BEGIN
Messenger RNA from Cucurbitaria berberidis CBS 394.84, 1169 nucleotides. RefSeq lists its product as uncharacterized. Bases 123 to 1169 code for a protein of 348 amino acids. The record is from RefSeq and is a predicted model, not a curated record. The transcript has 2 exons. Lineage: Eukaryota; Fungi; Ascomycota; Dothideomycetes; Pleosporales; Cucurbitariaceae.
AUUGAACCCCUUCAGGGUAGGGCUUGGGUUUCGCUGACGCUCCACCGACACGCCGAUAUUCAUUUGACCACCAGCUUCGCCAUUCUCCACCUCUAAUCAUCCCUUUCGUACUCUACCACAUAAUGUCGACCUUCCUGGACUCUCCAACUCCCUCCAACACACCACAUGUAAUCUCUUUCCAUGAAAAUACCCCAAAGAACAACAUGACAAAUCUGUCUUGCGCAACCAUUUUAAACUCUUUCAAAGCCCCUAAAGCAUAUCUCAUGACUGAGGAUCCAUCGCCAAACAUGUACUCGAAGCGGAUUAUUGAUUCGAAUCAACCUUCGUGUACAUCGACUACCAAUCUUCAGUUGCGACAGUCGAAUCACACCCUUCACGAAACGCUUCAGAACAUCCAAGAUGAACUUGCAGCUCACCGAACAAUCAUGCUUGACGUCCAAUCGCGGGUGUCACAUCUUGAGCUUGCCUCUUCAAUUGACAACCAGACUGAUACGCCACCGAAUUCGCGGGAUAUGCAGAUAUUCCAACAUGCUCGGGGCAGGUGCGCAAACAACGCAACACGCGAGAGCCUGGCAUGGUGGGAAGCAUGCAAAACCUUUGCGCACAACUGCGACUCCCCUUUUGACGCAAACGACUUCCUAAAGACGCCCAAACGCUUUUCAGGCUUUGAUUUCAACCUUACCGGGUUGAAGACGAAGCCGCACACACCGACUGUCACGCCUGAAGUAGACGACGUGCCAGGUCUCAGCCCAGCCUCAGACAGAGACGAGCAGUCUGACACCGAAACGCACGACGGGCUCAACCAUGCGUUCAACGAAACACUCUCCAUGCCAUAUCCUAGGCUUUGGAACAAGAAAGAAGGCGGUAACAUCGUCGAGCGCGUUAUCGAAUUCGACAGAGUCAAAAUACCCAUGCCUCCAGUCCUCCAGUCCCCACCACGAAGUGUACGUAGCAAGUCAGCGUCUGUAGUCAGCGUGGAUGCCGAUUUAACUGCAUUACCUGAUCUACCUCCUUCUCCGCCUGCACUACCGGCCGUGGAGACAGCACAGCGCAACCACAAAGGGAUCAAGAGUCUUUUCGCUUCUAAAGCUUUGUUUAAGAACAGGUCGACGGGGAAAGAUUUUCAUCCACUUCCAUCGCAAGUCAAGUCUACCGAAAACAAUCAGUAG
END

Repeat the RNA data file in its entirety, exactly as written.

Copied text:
Messenger RNA from Cucurbitaria berberidis CBS 394.84, 1169 nucleotides. RefSeq lists its product as uncharacterized. Bases 123 to 1169 code for a protein of 348 amino acids. The record is from RefSeq and is a predicted model, not a curated record. The transcript has 2 exons. Lineage: Eukaryota; Fungi; Ascomycota; Dothideomycetes; Pleosporales; Cucurbitariaceae.
AUUGAACCCCUUCAGGGUAGGGCUUGGGUUUCGCUGACGCUCCACCGACACGCCGAUAUUCAUUUGACCACCAGCUUCGCCAUUCUCCACCUCUAAUCAUCCCUUUCGUACUCUACCACAUAAUGUCGACCUUCCUGGACUCUCCAACUCCCUCCAACACACCACAUGUAAUCUCUUUCCAUGAAAAUACCCCAAAGAACAACAUGACAAAUCUGUCUUGCGCAACCAUUUUAAACUCUUUCAAAGCCCCUAAAGCAUAUCUCAUGACUGAGGAUCCAUCGCCAAACAUGUACUCGAAGCGGAUUAUUGAUUCGAAUCAACCUUCGUGUACAUCGACUACCAAUCUUCAGUUGCGACAGUCGAAUCACACCCUUCACGAAACGCUUCAGAACAUCCAAGAUGAACUUGCAGCUCACCGAACAAUCAUGCUUGACGUCCAAUCGCGGGUGUCACAUCUUGAGCUUGCCUCUUCAAUUGACAACCAGACUGAUACGCCACCGAAUUCGCGGGAUAUGCAGAUAUUCCAACAUGCUCGGGGCAGGUGCGCAAACAACGCAACACGCGAGAGCCUGGCAUGGUGGGAAGCAUGCAAAACCUUUGCGCACAACUGCGACUCCCCUUUUGACGCAAACGACUUCCUAAAGACGCCCAAACGCUUUUCAGGCUUUGAUUUCAACCUUACCGGGUUGAAGACGAAGCCGCACACACCGACUGUCACGCCUGAAGUAGACGACGUGCCAGGUCUCAGCCCAGCCUCAGACAGAGACGAGCAGUCUGACACCGAAACGCACGACGGGCUCAACCAUGCGUUCAACGAAACACUCUCCAUGCCAUAUCCUAGGCUUUGGAACAAGAAAGAAGGCGGUAACAUCGUCGAGCGCGUUAUCGAAUUCGACAGAGUCAAAAUACCCAUGCCUCCAGUCCUCCAGUCCCCACCACGAAGUGUACGUAGCAAGUCAGCGUCUGUAGUCAGCGUGGAUGCCGAUUUAACUGCAUUACCUGAUCUACCUCCUUCUCCGCCUGCACUACCGGCCGUGGAGACAGCACAGCGCAACCACAAAGGGAUCAAGAGUCUUUUCGCUUCUAAAGCUUUGUUUAAGAACAGGUCGACGGGGAAAGAUUUUCAUCCACUUCCAUCGCAAGUCAAGUCUACCGAAAACAAUCAGUAG